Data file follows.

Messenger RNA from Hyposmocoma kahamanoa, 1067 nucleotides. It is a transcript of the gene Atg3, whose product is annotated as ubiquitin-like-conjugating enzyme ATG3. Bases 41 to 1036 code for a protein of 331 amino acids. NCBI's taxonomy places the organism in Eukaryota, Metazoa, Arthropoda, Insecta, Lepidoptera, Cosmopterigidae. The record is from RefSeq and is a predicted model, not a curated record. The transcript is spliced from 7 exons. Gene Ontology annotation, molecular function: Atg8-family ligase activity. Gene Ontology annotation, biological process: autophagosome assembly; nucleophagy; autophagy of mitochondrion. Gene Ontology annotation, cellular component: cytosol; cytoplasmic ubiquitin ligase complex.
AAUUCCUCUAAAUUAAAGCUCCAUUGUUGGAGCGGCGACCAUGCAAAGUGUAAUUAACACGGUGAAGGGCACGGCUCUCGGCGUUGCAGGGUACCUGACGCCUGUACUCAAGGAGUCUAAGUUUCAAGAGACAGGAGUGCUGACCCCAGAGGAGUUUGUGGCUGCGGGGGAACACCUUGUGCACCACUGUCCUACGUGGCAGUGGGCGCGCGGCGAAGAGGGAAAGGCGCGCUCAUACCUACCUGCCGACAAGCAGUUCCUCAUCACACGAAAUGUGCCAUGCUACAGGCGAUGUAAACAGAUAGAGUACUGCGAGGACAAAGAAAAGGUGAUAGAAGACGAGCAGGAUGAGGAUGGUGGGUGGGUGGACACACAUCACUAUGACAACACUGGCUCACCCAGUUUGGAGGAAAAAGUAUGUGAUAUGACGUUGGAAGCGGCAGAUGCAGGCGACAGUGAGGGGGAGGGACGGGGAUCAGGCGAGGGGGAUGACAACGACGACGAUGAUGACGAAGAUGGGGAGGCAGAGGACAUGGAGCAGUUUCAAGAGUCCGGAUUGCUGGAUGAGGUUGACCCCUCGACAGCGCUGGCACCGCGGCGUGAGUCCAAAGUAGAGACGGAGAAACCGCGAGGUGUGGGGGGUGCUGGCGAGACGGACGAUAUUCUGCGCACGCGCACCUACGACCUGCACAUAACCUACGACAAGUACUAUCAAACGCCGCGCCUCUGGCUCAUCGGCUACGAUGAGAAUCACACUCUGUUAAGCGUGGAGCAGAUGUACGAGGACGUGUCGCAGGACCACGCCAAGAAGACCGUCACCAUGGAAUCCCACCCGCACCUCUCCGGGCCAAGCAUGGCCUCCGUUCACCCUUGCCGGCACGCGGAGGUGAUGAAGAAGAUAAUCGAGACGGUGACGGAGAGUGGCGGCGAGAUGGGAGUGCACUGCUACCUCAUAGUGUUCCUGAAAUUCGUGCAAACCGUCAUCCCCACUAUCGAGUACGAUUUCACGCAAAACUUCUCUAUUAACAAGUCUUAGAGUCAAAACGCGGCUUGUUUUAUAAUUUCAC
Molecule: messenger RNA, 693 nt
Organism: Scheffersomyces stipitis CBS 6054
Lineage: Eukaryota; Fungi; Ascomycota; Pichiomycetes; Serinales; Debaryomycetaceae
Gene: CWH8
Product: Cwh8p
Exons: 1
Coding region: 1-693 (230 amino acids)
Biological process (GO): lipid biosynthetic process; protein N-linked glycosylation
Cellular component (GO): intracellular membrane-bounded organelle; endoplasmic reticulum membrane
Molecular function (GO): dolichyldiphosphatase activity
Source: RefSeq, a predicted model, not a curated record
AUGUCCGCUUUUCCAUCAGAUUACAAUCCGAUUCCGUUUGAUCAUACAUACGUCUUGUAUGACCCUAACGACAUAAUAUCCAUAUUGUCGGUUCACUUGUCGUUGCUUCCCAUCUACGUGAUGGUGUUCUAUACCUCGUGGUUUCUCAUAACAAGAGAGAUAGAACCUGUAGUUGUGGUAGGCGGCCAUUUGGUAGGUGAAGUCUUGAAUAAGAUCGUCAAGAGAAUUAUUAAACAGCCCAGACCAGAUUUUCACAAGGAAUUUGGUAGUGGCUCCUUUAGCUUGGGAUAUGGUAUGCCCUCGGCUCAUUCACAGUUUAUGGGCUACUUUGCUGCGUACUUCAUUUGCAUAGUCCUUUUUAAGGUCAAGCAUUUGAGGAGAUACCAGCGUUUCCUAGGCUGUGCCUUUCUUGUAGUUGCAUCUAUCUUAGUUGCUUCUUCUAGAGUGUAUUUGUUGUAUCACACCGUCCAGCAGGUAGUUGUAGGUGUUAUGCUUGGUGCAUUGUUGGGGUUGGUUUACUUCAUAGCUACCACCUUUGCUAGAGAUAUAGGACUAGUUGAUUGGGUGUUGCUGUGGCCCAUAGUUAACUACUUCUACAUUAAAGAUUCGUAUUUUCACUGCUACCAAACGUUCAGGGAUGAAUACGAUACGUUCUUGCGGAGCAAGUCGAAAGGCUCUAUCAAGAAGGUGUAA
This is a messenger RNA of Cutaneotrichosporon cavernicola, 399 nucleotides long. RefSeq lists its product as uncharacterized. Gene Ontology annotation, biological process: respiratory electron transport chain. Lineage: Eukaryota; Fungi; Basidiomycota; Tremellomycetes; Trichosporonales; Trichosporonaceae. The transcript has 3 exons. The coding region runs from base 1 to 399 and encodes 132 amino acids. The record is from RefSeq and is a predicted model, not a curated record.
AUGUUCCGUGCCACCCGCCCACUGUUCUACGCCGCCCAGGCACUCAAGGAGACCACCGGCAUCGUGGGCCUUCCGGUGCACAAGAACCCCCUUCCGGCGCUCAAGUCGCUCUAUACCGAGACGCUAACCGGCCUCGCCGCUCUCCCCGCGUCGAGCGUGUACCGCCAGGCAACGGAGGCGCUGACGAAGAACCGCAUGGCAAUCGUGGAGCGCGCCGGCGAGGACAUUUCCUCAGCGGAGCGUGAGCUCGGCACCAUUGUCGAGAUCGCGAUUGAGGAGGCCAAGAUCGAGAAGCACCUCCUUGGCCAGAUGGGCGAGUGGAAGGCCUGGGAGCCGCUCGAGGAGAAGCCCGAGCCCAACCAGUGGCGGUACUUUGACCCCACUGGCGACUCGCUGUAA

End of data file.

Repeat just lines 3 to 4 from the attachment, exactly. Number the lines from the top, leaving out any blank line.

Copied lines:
Molecule: messenger RNA, 693 nt
Organism: Scheffersomyces stipitis CBS 6054